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Gjion Biamishtea by Carlo Gianferro
Arch, from the series 'Good Fences Make Good Neighbors', by Ai Weiwei
Bela Lugosi by Monica Lundy

Carlo Gianferro

Gjion Biamishtea, 2014, Photograph, © Carlo Gianferro

Ai Weiwei

Arch, from the series 'Good Fences Make Good Neighbors', 2017, Galvanized mild steel and mirror polished stainless steel, Washington Square Arch, Washington Square Park, Manhattan, © Ai Weiwei. Photo: Ed Rooney / Alamy Stock Photo

Monica Lundy

Bela Lugosi, 2017, Mixed media on panel overlaid with silver leaf, 5.25 x 5.25 cm, Collection of the artist, © Monica Lundy; Photo: Courtesy of the artist and Nancy Toomey Fine

Face-to-Face

Comparative Commentary by

Numbers 35, Joshua 20, and Deuteronomy 4:41–43 record the appointment of six Levitical cities as ‘cities of refuge’ to ensure that if there was an accidental killing, the accused killer could flee to one of these cities and be protected from the menace of the ‘avenger of blood’, living there until the death of the high priest, after which he was free to return to a normal lifestyle.

These provisions were a significant improvement on the prior tradition of blood vengeance, or the duty of the closest relative of a murdered victim to avenge the murder. Where this tradition maintained that the relative had the right to slay the accused with impunity, regardless of whether the accused was actually culpable of murder, the cities of refuge brought to light the extenuating circumstances of the accused so that he might be considered innocent of murder.

In a setting where the accused was essentially rendered ‘faceless’, his identity defined entirely by one tragic occurrence, the cities were opportunities for justice. They were places of hospitality and rehabilitation, looking beyond the stigma. They were places for face-to-face encounter.

All three artworks under consideration here play with the notion of face-to-face encounter. While each uses the encounter to highlight different aspects of the refugee experience in today’s socio-political climate, they also serve as a fitting analogy for considering the provisions of the biblical cities of refuge from the perspective of sanctuary-seekers.

Carlo Gianferro’s photograph, for example, conveys the self-imposed anonymity of a sanctuary-seeker living outside the protection of the cities of refuge. It captures a moment in the life of Gjion Biamishtea, an accidental killer who now lives in isolation for fear of retribution from the victim’s family, not unlike blood vengeance in ancient Israel. However, this portrait frustrates our attempts to empathize with Biamishtea and his circumstances. Most of the identifying features of his face are quite literally obscured by wisps of smoke. Whatever shame, anxiety, guilt, or fear he may be feeling can only be hinted at through his eyes which, ironically, look down and away. We are confronted with a nearly faceless ‘killer’.

By contrast, Monica Lundy’s painting Béla Lugosi places its subject’s face in full view. Here we see a representation of the possible heights a sanctuary-seeker may achieve with the supports available to him in one of the cities of refuge. The portrait commemorates the life and accomplishments of Béla Ferenc Dezső Blaskó, an American immigrant who became a Hollywood icon. Its monumentality, conveyed both through its silver backdrop and its extreme close-up of Béla’s confident expression, belies its smudgy quality and small scale. We could interpret this portrait as signifying the difficulties and seeming insignificance Béla endured as an immigrant in the United States, but it is also an evocative expression of his accomplished stardom as a result of the efforts he and others expended to enable him to prosper in his new setting.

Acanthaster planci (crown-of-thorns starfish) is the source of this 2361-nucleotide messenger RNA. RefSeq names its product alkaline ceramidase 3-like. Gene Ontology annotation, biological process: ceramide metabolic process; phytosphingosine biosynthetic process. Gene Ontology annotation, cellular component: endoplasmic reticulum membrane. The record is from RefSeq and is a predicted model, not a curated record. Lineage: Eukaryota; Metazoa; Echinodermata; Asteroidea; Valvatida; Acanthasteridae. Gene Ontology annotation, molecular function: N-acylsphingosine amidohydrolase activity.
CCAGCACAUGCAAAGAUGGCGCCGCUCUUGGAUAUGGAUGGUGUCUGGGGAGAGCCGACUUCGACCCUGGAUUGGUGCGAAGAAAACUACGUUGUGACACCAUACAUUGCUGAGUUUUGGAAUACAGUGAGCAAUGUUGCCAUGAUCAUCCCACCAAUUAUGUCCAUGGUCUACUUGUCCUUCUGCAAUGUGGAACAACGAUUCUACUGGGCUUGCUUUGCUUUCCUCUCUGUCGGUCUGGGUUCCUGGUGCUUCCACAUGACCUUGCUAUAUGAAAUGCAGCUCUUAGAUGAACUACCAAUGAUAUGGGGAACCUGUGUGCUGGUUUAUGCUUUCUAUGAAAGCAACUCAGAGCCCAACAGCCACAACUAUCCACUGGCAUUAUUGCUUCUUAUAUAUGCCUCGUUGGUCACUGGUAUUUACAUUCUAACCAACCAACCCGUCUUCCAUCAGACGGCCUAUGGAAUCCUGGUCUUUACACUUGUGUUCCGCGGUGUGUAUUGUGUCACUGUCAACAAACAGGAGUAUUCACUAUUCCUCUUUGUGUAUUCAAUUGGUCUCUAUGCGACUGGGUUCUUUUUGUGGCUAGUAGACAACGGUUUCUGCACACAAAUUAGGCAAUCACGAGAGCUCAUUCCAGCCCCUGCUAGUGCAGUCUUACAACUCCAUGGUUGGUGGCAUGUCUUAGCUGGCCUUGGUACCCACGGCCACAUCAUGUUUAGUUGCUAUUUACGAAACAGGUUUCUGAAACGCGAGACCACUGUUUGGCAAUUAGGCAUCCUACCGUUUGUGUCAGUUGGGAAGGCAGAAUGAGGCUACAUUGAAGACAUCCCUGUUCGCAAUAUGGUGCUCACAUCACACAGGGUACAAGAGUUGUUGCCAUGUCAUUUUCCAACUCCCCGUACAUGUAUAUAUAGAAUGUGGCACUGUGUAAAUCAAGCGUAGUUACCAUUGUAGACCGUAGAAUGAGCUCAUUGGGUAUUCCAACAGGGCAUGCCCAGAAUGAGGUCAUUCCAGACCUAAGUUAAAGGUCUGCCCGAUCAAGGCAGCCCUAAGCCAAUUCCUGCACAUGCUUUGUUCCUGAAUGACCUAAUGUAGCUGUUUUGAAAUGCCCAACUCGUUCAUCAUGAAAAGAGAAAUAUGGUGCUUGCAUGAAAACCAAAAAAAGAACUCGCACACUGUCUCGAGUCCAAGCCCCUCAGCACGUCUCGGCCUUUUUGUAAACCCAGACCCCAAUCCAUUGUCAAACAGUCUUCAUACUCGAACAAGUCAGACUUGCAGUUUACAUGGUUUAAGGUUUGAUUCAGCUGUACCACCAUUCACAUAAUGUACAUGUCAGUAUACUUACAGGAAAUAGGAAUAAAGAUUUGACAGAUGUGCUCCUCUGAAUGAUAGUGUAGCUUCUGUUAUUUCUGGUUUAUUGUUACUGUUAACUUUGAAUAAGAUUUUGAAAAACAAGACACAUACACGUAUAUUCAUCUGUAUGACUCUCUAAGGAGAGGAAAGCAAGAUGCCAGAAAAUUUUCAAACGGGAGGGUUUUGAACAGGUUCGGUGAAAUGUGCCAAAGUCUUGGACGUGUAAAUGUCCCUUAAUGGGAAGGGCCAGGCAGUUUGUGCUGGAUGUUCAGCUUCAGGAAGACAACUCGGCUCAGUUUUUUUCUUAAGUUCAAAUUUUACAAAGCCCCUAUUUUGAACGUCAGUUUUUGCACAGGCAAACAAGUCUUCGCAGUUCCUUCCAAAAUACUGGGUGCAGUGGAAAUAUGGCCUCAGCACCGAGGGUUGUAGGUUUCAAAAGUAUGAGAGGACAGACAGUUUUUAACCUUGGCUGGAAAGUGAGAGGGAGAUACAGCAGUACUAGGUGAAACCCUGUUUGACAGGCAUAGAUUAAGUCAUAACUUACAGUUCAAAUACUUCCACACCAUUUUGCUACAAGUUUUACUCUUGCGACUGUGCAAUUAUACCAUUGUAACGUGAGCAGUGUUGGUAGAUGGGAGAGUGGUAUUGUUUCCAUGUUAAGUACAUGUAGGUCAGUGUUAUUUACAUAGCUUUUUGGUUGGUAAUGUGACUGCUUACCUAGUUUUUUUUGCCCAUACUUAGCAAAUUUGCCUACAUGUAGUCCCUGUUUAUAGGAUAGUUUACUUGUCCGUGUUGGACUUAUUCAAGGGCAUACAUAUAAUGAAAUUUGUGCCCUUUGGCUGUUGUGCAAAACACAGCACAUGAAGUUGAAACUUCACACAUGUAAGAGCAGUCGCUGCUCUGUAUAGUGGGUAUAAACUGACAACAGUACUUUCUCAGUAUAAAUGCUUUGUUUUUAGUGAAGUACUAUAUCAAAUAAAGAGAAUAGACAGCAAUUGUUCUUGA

Ai Weiwei’s immersive sculpture Arch differs from Gianferro’s and Lundy’s portraits in that it did not have a face as part of its structural composition. Instead, visitors encountered their own faces reflected in the embrace of two human silhouettes as they passed through the sculpture’s opening.

Through this face-to-face encounter, Arch placed its visitors under a scrutiny which resembles the requisite process sanctuary-seekers went through to be admitted into the cities of refuge. The sculpture may not have conducted a trial to determine whether visitors were innocent of murder, but it did provoke a reflective examination which might have awakened those passing through its middle to consider the question of belonging—who belongs here and to whom does this city belong? The same question lay behind the deliberations at the gates of the cities of refuge.

In both the trial at the city gates and the reflective examination at the sculpture, however, the willingness to accept the other was emphasized. Residents in the cities of refuge, most of whom were not accused killers, were charged to welcome the ‘stranger and the sojourner’ into their communities (Numbers 35:15). Much in the same way, Arch held welcoming the stranger at its centre. The faces visitors encountered in the mirror of the sculpture’s embracing figures prompted them to see sanctuary-seekers not as faceless ‘illegals’ amassed at fences and gates, but as persons like themselves, with loved ones, fears, hopes, dreams, and aspirations, entitled to all the amenities that would allow them to flourish as members of their own communities.

 

References

Bagelman, Jennifer J. 2016. Sanctuary City: A Suspended State (New York: Palgrave Macmillan)